Contact: Scott LaFee
University of California - San Diego

Public Release: 24-May-2018
Nature Geoscience
Cold production of new seafloor
Magma steadily emerges between oceanic plates. It pushes the plates apart, builds large underwater mountains and forms new seafloor. This is one of the fundamental processes that constantly change the face of the Earth. But there are also times when new seabed is created without any volcanism, by un-roofing mantle material directly at the seafloor. Scientists led by GEOMAR, Germany have published the first estimation based on seismic data on how much seafloor is produced this way.
Deutsche Forschungsgemeinschaft, National Science Foundation, British Natural Environmental Research Council

Contact: Andreas Villwock
Helmholtz Centre for Ocean Research Kiel (GEOMAR)

Public Release: 24-May-2018
ACS Nano
Microscopy advance reveals unexpected role for water in energy storage material
A material with atomically thin layers of water holds promise for energy storage technologies, and researchers have now discovered that the water is performing a different role than anyone anticipated. The finding was possible due to a new atomic force microscopy method that measures the sub-nanoscale deformation rate in the material in response to changes in the material caused by energy storage.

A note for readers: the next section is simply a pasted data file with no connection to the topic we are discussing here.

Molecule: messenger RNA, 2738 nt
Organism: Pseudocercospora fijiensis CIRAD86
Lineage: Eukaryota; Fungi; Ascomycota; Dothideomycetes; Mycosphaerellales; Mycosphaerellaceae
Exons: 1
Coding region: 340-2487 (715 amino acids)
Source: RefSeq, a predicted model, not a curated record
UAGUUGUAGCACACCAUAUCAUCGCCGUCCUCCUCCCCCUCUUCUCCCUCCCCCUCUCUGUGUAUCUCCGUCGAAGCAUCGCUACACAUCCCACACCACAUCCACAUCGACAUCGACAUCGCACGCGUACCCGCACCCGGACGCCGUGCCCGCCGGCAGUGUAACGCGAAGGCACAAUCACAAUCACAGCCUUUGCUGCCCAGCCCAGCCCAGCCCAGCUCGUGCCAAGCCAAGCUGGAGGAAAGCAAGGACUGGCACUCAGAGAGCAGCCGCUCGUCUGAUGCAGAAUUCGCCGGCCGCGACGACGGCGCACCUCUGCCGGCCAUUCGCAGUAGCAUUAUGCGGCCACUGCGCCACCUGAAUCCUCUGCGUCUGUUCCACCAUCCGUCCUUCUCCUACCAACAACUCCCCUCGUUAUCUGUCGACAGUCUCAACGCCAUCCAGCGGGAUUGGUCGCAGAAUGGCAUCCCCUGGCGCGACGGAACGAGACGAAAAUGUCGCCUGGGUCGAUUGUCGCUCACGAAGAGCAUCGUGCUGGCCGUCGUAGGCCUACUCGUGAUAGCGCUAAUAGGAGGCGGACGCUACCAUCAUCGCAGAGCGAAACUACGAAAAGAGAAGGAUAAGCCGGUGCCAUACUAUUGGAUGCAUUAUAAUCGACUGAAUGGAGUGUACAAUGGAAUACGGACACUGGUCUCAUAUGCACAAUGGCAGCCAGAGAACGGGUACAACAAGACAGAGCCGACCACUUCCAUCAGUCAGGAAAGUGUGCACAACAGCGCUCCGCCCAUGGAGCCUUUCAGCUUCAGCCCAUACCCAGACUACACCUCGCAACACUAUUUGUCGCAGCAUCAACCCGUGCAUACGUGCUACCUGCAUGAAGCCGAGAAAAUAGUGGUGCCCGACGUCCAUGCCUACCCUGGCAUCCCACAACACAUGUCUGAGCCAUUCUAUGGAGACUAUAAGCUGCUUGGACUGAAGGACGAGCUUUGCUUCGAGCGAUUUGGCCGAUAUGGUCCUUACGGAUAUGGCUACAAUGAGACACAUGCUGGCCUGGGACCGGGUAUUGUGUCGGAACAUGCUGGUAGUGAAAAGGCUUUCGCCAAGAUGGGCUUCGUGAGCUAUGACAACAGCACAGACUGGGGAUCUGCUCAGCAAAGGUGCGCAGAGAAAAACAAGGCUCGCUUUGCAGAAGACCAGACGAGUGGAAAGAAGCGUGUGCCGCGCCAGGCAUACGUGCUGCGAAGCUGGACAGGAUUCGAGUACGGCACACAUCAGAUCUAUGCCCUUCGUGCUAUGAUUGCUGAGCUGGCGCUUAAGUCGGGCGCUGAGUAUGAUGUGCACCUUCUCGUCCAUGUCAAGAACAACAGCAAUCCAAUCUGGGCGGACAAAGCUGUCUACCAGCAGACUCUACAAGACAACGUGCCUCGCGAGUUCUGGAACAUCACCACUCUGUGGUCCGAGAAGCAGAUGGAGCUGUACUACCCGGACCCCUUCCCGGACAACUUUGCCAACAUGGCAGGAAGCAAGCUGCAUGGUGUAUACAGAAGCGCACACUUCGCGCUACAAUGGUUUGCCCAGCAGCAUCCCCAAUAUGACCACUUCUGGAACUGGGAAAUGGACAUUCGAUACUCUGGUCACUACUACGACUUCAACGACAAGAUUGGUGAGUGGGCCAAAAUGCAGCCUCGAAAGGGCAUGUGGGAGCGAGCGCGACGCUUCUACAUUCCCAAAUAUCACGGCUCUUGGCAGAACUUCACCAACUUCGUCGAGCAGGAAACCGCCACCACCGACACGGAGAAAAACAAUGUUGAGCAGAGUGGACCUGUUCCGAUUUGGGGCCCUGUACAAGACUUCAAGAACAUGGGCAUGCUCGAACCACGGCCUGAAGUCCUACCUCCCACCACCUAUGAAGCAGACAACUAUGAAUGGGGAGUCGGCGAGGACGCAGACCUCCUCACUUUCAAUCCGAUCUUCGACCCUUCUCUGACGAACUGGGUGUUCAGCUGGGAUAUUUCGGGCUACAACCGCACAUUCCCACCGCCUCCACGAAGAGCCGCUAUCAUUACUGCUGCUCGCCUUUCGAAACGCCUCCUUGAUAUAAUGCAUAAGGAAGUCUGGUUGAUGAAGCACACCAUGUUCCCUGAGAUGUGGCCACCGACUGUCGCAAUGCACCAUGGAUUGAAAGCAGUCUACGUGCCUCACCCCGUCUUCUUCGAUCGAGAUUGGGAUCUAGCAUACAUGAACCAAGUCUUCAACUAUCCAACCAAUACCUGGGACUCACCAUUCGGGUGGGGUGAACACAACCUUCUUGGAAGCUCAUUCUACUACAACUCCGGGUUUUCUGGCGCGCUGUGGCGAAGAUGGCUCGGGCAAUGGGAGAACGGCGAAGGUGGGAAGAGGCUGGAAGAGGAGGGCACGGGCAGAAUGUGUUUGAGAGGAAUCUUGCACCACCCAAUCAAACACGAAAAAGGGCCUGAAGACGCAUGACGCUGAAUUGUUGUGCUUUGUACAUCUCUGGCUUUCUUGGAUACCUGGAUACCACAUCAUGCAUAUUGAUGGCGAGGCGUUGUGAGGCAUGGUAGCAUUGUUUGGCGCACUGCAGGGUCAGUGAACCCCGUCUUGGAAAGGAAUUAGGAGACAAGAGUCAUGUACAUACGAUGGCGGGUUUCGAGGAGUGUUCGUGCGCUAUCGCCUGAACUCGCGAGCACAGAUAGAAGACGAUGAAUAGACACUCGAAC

National Science Foundation, US Department of Energy

Contact: Matt Shipman
North Carolina State University

Public Release: 24-May-2018
Physical Review D
Matter-antimatter asymmetry may interfere with the detection of neutrinos
From the data collected by the LHCb detector at the Large Hadron Collider, it appears that the particles known as charm mesons and their antimatter counterparts are not produced in perfectly equal proportions. Physicists from Cracow have proposed their own explanation of this phenomenon and presented predictions related to it, about consequences that are particularly interesting for high-energy neutrino astronomy.
Polish National Science Center, Center for Innovation and Transfer of Natural Sciences and Engineering Knowledge in Rzeszow

Contact: Prof. Antoni Szczurek
The Henryk Niewodniczanski Institute of Nuclear Physics Polish Academy of Sciences

Public Release: 24-May-2018
MIS Quarterly
Study of Android users: Mobile security messages 20 percent more effective if warnings vary in appearance